dog-skateboardIf we got a pound every time a company asked us to make them a viral video we would literally have £33.50.  So we thought it might be a good idea to run through the basics…

Viral videos build brand awareness, they rarely contribute to sales.

99% of viral videos are either; funny, cute, sexy, violent or show a genuinely amazing feat.

They elicit a strong emotion, be that OMG! Or Gross!

A viral video is not an Infomercial.  That means the moment you find yourself saying, “I’m not sure the messaging is coming through strongly enough.” you need to stop.  Instead REMOVE any dialogue that extolls the features and benefits, any lingering product shots, and any stats.

Having the Big Idea is not always enough. Unless you are extremely lucky, you will still need either a huge online network of friends or be comfortable spending money on seeding.  Ideally both.

Going viral isn’t always a good thing.  Several big names have ended up offending their audience or having their idea hijacked by a rival company or group.

Still want to make a viral? Well then here are three viral video ideas you can have on us, just pop your logo at the end of one of these success magnets and let us knew how you get on!

1. The Queen chowing down on a Big Mac – One’s loving it

2. The first skydive from the moon back to earth – your brand on that spacesuit.

3. A cat attacking a printer while Chuck Norris watches– comedy gold.

Why Your Brand is all In the Customer’s Mind


I came across this fascinating Tedx talk by Nobel Prize winner Daniel Kahneman: The Riddle of Experience vs. Memory and started thinking about the implications it had for marketing and customer interaction.

The theory is that we all have an ‘experiencing self’, which is us as we actually live an event, and a ‘remembering self’, which is founded on the memories we construct after the fact.  The difference between the two can be staggering.  And crucially it’s the remembering self that takes precedence when it comes to decision making.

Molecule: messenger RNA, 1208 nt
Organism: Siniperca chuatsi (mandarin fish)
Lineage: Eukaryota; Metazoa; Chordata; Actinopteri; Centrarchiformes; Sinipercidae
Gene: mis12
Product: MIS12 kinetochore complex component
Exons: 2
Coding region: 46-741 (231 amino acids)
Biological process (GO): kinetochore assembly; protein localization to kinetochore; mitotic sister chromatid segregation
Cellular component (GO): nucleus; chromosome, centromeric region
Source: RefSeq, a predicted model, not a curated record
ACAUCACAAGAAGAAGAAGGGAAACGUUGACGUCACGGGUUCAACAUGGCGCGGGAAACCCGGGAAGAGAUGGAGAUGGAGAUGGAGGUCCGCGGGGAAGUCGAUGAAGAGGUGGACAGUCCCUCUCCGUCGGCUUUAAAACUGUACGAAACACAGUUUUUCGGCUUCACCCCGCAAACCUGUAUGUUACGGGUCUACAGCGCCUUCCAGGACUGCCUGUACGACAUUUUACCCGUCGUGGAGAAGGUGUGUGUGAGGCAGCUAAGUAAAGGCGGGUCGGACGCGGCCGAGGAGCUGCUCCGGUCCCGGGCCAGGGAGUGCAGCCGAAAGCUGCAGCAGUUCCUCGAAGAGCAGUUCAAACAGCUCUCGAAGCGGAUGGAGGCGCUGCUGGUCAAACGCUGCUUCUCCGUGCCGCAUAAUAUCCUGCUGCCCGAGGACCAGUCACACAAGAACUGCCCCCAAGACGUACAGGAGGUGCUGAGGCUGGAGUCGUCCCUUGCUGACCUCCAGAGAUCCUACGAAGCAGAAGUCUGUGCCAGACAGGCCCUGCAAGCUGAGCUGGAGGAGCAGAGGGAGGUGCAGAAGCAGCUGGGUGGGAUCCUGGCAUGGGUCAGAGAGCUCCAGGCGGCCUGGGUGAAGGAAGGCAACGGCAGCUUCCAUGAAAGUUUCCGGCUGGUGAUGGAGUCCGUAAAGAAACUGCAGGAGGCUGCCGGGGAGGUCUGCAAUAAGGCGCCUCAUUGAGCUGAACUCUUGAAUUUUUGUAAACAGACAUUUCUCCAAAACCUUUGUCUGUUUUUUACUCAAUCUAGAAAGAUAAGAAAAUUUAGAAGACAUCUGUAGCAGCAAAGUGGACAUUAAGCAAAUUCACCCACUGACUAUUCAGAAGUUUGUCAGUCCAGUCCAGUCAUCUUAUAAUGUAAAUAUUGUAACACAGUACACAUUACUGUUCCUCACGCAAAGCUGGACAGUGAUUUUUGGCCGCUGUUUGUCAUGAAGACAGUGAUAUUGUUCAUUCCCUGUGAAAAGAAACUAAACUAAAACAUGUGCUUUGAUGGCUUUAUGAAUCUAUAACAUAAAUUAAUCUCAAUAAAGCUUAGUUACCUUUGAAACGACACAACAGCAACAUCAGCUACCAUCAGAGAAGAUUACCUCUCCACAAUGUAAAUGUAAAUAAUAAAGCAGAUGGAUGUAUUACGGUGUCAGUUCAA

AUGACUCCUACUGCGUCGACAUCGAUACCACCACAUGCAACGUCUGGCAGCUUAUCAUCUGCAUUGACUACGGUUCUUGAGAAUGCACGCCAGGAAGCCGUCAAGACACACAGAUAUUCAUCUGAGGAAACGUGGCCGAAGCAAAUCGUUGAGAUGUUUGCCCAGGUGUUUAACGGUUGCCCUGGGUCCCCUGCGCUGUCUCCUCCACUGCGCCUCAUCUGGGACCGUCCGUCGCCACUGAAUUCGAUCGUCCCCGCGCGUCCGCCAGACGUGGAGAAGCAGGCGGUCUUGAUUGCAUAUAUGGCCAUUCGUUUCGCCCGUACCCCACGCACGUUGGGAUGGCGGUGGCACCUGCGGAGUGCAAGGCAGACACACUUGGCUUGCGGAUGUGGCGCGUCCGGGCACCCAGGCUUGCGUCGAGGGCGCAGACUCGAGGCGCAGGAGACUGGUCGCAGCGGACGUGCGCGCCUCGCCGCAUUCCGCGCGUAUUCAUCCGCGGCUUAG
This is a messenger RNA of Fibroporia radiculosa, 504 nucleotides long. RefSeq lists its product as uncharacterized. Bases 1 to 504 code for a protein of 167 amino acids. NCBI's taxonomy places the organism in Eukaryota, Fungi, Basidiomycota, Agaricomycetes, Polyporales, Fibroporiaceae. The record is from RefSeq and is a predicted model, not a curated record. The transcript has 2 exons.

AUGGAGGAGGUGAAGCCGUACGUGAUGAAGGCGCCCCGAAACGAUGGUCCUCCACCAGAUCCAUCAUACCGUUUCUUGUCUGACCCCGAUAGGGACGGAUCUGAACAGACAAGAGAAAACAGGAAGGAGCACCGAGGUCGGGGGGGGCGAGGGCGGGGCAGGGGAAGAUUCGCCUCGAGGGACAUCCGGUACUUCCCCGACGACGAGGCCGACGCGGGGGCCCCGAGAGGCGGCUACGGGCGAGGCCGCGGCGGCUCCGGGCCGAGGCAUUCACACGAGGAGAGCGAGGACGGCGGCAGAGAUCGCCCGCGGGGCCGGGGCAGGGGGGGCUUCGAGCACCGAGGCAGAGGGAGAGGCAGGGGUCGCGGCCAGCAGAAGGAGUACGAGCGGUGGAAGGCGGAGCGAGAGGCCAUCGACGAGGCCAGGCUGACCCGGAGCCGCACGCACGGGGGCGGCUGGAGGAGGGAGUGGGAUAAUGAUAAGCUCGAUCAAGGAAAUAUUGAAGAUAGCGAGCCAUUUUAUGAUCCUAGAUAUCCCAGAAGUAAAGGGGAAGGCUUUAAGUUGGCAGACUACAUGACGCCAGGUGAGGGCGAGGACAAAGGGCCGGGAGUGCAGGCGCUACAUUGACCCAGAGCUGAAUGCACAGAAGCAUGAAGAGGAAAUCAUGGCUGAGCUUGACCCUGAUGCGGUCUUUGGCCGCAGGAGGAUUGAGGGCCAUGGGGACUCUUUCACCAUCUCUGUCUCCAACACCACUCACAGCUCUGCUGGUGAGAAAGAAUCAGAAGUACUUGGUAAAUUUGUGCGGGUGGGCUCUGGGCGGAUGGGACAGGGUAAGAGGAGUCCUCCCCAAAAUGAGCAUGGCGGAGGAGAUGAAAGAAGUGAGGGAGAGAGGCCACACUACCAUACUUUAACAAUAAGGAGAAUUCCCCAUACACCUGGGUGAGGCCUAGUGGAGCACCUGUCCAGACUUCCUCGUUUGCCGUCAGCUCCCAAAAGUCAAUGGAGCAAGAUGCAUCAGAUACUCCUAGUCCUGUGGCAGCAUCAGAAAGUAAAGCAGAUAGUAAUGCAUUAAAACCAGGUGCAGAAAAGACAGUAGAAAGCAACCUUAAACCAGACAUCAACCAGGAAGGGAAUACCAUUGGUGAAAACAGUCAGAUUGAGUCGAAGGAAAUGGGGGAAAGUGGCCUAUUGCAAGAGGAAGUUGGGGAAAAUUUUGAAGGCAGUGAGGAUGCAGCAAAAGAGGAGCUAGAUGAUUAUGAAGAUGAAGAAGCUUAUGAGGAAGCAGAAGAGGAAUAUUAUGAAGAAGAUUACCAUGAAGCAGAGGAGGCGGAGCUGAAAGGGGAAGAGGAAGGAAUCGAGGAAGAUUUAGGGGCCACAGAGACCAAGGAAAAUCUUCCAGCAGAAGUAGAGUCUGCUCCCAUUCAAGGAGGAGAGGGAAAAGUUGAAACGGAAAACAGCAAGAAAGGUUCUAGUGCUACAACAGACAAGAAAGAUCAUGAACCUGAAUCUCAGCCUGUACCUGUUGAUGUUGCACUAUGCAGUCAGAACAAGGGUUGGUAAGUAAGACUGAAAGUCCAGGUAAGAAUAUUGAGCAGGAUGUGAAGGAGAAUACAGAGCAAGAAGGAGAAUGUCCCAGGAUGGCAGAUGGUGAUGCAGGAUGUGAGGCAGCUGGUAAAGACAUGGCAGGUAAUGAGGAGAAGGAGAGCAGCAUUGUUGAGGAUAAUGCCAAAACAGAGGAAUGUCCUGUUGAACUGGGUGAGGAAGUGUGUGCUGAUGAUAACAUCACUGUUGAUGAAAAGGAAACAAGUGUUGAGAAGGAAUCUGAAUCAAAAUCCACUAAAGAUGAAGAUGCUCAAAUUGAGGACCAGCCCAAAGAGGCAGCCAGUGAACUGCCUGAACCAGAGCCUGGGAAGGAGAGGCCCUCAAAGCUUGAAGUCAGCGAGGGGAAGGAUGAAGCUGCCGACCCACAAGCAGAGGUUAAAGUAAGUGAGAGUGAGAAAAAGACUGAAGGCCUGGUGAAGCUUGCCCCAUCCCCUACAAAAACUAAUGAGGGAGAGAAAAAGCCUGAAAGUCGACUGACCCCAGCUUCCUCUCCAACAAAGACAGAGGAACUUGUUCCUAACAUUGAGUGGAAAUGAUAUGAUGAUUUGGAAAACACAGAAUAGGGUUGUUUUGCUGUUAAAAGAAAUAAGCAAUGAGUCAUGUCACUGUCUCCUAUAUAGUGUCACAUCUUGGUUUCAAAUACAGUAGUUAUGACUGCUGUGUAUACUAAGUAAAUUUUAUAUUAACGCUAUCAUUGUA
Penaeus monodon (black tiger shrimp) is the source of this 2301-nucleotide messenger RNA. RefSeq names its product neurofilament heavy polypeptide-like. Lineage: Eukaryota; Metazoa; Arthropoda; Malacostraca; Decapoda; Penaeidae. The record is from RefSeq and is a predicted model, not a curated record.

So much so that a happy customer relationship of 10 years could count for nothing if the last encounter they have with you is a bad one.   That may not actually be that surprising.  But what is interesting is that the reverse is also true – a terrible experience can actually result in a positive memory providing it doesn’t come at the end on the interaction.  (If you want the proof for this I suggest you watch the Tedx Talk to find out more about the eye-watering colonoscopy experience…)

Daniel explains that time has very little to do with the creation of these memories.  A great week’s holiday of lazing by the pool will result in a handful of treasured moments, but if you double that same holiday to a fortnight you wouldn’t end up with double the memories.  For that to happen you’d have to suddenly decide to go skiing or head off on safari for the 2nd week.

What all this means is that your customer’s relationship with you is built on a collection of memories they have about their experiences with your products and services, rather than the experiences themselves.  And it’s these memories that customer will use to makes all their decisions.

So how can we keep brands fresh in the minds of our customers?

  • Keep your marketing  vivid and update your messaging regularly to help create new memories
  • Keep looking for inventive ways to surprise and delight them
  • Try reaching out to them on new, unexpected channels
  •  Interact with them little and often – it’s what will make the most memories
  • Leave each interaction on a positive note – even if it means artificially extending it.

Why not let us know your thoughts on the topic?